In an historic display of unity, the heads of the 13 traditional churches of Jerusalem gathered together in Bethlehem's Manger Square over the weekend to pray for a joyful Christmas and to launch the millennium celebrations for Christianity's 2000th anniversary.
At the official launch patriarchs, archbishops and other church heads and officials from the Holy Land were joined by church representatives?Catholic, Protestant and Orthodox?from around the world and by thousands of pilgrims.
Palestinians, some of them dressed in biblical costumes, danced behind marching bands in the shadow of the Church of the Nativity, built over the spot where Jesus is believed to have been born.
But the celebrations could not conceal the fact that most of Bethlehem's residents are Muslims. Christians are a shrinking minority here. A reminder of the changing demography of this sacred town was the fact that a church choir had to wait until a Muslim service ended at a mosque across Manger Square before singing Christmas carols.
But one of the principal participants, Pope John Paul II's envoy to the Holy Land, Archbishop Pietro Sambi, told Ecumenical News International (ENI) the start of the new millennium was an appropriate moment for Christianity and Islam to show greater respect for one another.
"Bethlehem has been totally renovated for the year 2000 and the work has been done by Muslims and Christians together," he said. "The message at the beginning of the new millennium is that we have to recover this capacity?the Muslims to rejoice with the Christians when the Christians rejoice, and the Christians to be capable of rejoicing with the Muslims when the Muslims rejoice."
Bethlehem, a Palestinian-controlled area in the West Bank about ten minutes' drive from Jerusalem, has undergone a $180-million facelift financed by foreign donations and private funds. Two million tourists are expected to visit Bethlehem next year for the 2000th anniversary of the birth of Christ.
Palestinian leader, Yasser Arafat, signaled the climax of the festivities by switching on the lights of a gigantic Christmas tree to launch a year of activities that he hopes will boost tourism and improve the local economy.
Earlier, in a speech read out on his behalf, Arafat had criticized the Israeli government, and stressed his people's need to have independence and freedom.
Many other officials present, some of whom were attending a meeting of general secretaries of Christian World Communions, emphasized the importance of the event for Christians world-wide. Holding up a candle, one of the guests, John L. Peterson, secretary general of the Anglican Communion, told ENI it was unlikely there had been a greater show of Christian unity in a long time.
"The 13 church heads [of Jerusalem] walking together?indeed that is a sign of unity. And to come here and to be able to see this Manger Square absolutely packed with people and most importantly with indigenous Christians; to celebrate and look forward to this new millennium, certainly it is sign of tremendous hope for the church," he said. "And not only hope for the church in this land, but hope for the church around the world."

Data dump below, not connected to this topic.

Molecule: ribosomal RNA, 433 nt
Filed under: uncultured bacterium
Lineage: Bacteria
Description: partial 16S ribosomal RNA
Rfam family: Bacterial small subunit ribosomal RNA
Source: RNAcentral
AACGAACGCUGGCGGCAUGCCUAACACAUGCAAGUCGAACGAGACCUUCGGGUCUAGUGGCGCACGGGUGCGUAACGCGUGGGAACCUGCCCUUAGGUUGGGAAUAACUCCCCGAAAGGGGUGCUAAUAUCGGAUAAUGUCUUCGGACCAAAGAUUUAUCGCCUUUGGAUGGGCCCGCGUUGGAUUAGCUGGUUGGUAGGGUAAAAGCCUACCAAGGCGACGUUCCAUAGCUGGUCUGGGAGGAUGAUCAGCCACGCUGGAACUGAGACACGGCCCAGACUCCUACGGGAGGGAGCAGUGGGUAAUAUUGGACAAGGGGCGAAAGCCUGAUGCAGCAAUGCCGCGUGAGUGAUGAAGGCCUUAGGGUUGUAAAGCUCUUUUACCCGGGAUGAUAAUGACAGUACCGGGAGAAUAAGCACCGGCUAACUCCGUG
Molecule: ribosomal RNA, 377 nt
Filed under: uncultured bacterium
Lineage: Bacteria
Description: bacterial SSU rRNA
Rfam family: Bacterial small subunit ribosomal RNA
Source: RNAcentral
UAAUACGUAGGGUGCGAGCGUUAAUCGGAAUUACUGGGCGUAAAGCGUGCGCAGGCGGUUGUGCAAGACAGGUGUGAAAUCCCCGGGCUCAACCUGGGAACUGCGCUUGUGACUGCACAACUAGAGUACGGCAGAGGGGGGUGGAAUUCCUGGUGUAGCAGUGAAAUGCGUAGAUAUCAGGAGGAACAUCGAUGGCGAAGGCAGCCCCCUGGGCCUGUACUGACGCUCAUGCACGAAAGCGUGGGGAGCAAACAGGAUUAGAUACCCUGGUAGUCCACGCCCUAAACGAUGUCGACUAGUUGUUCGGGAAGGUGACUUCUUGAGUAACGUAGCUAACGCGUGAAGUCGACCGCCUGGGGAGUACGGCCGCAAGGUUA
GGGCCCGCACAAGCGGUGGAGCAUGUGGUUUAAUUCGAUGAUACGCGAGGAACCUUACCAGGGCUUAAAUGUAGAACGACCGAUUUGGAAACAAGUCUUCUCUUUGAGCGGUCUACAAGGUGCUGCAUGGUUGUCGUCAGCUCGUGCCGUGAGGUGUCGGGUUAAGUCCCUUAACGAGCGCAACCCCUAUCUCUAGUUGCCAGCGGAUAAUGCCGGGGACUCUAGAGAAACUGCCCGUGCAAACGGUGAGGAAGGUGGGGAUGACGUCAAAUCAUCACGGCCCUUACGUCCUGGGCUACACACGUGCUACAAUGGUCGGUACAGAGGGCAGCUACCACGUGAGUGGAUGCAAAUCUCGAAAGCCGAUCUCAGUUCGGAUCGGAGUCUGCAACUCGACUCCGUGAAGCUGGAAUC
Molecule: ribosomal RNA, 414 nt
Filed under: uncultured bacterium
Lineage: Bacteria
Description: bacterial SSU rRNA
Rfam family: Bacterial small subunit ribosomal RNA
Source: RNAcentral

Sitting alongside him was Joe Hale, general secretary of the World Methodist Council, who said the show of Christian unity must come as a surprise to non-Christians. "Many people are confused. They think of the different denominations, the different families of churches, as different religions, when we all really have the same foundation and the same message," he said.
Dr Ishmael Noko, general secretary of the Lutheran World Federation, told ENI the gathering of the heads of Jerusalem's churches in one place had sent a powerful signal to other religions that Christians of different denominations were prepared to make a united stand. "I think it sends a very good message to the religious communities in this land, to the Islamic community and also the Jewish community, that Christians are united and that is very important," he said.
"I don't think the churches will remain the same. And I think we are moving into the third millennium with some kind of encouragement and good signs that the unity we have been praying for, for so long, is ahead of us."
Also attending was Dr Milan Opocensky, general secretary of the World Alliance of Reformed Churches, who also told ENI he was encouraged by the gathering.
"I think that it is a sign of unity especially in this part of the world, but I think it is also a sign of unity around the world," he said. "Because, if the churches in this area, who have been separated very often from each other, if they are able to march, to walk together, then I think it is a very important, symbolic sign."
The Bethlehem event came three weeks before Christmas Eve, when the town is expected to become the focus of attention for many of the world's Christians as they celebrate the coming of the new millennium in the place where many believe Christianity began, with the birth of Jesus Christ.
However, the biggest crowds are expected in March, when Pope John Paul is due to arrive in Bethlehem as part of a visit to the Holy Land. He is also expected to visit Jerusalem and Nazareth, the two other places most closely associated with the life of Jesus.
Copyright © 1999 Ecumenical News International. Used with permission.
See our earlier coverage of Israel and the Millennium, "Preparing for Pilgrims | Religious rivalry complicates millennial planning." (June 14, 1999)
See the New York Times coverage of the event here, but you'll need to register for the site if you haven't before.
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